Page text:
Commercial Leases – Things To Watch Out For
If you are planning on starting a business, it is most likely that you will want to rent commercial property, such as a shop, workshop, warehouse or office, and sign a commercial lease.
Taking on a commercial lease in England is a much bigger commitment than renting a residential property, where the law generally protects the tenant. As a commercial renter, there are many things to watch out for in a commercial lease and the parties, particularly the tenant, need to be fully aware of the terms of the lease and their obligations under it. The following are a number of things to watch out for.
Use of property
Commercial leases generally restrict how the property can be used so you should check that the permitted use allows you to use the premises for the purpose of your business.
You will have to pay rent but is this inclusive or exclusive of VAT? If you are renting part of a building, you may also be asked to pay a service charge in exchange for the landlord undertaking to provide services, including the repair and maintenance of the structure and exterior of the building and its common parts.
Does the lease contain a rent review clause? Many rent review clauses allow the landlord to increase the rent on a specified rent review date.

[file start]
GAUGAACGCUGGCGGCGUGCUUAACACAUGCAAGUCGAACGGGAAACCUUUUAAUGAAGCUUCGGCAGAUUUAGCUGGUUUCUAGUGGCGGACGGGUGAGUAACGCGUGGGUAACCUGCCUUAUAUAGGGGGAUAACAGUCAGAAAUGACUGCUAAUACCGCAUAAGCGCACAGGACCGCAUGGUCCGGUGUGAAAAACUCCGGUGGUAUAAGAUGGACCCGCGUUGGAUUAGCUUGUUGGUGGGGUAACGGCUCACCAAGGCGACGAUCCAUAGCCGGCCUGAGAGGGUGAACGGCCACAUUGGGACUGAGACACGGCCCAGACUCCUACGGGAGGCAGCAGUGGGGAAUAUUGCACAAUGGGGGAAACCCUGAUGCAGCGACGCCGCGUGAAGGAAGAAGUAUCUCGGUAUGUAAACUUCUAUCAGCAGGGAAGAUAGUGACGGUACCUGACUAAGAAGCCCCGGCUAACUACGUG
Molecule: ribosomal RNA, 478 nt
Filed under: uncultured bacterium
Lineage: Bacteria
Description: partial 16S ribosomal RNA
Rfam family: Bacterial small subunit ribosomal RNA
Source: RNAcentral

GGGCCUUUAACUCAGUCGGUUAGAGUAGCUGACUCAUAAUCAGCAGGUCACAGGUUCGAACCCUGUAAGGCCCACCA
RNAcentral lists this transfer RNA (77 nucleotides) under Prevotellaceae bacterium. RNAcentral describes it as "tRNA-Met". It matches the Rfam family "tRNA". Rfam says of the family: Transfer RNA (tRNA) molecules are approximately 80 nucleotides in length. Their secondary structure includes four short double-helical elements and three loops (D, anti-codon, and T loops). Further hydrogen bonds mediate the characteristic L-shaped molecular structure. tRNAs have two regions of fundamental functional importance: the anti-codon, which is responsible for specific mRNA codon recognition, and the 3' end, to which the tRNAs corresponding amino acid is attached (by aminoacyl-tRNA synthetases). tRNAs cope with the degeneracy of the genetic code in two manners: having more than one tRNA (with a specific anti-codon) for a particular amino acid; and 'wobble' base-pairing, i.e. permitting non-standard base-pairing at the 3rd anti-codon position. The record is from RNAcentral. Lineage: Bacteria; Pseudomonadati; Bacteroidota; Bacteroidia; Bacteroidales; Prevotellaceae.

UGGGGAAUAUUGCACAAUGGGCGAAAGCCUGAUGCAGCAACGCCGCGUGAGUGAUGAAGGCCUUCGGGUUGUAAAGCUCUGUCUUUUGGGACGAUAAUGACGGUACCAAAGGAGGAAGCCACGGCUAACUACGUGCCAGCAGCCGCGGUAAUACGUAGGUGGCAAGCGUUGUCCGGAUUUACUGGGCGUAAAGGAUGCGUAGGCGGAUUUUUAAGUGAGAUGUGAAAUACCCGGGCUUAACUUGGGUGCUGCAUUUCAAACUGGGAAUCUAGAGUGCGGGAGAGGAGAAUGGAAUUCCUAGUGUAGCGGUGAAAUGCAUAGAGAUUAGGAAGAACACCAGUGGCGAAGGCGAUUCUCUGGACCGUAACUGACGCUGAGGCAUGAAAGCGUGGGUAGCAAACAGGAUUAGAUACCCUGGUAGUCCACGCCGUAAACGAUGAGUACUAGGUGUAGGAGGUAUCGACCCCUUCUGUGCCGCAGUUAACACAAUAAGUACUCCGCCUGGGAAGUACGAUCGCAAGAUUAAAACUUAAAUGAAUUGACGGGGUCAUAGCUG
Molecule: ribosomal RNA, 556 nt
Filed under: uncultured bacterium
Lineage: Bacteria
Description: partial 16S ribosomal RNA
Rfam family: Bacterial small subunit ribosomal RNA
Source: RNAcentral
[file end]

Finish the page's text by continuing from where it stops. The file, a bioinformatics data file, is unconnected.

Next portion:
Most commercial leases often restrict the tenant’s ability to transfer or sublet the property without the landlord’s prior written consent. Landlords often impose strict prohibitions on subletting, often inserting a guarantee clause stating that if the new tenant doesn’t pay the rent during the rest of the term of the lease, it is you, as the original tenant, who is responsible for it.
Who is responsible for repairs? Most commercial leases impose full repairing and insuring obligations on the tenant (known as FRI leases), relieving the landlord from all liability for the cost of insurance and repairs. In relation to the insurance provisions in an FRI lease, in the majority of cases, the landlord insures the property and the tenant repays the premium to the landlord. The obligation to repair means that the tenant has to put the property into good repair and ensure that the property is properly maintained and decorated. This can be expensive for the tenant. Again, where the lease is for part of a building, the repairs will normally be carried out by the landlord who will seek to recover the costs by way of a service charge.
Many commercial leases contain a “break clause”, which gives you and the landlord the chance to end the lease early in the event that your business fails and you need to close it down. A new business tenant should ensure that such a clause is inserted or they could find themselves personally responsible for the lease when their business has ceased trading.
Ending the lease
Unlike residential tenancies where a court order is required to remove a tenant from the property in the event of any breach of the conditions of the lease, the landlord of a commercial lease can terminate the lease early and peaceably re-enter the property without a court order where the tenant fails to pay the rent within a specified time of the due date. In the case of any other breach, the landlord must first give the tenant notice of the breach and give them time to remedy the breach before applying to the court to terminate the lease.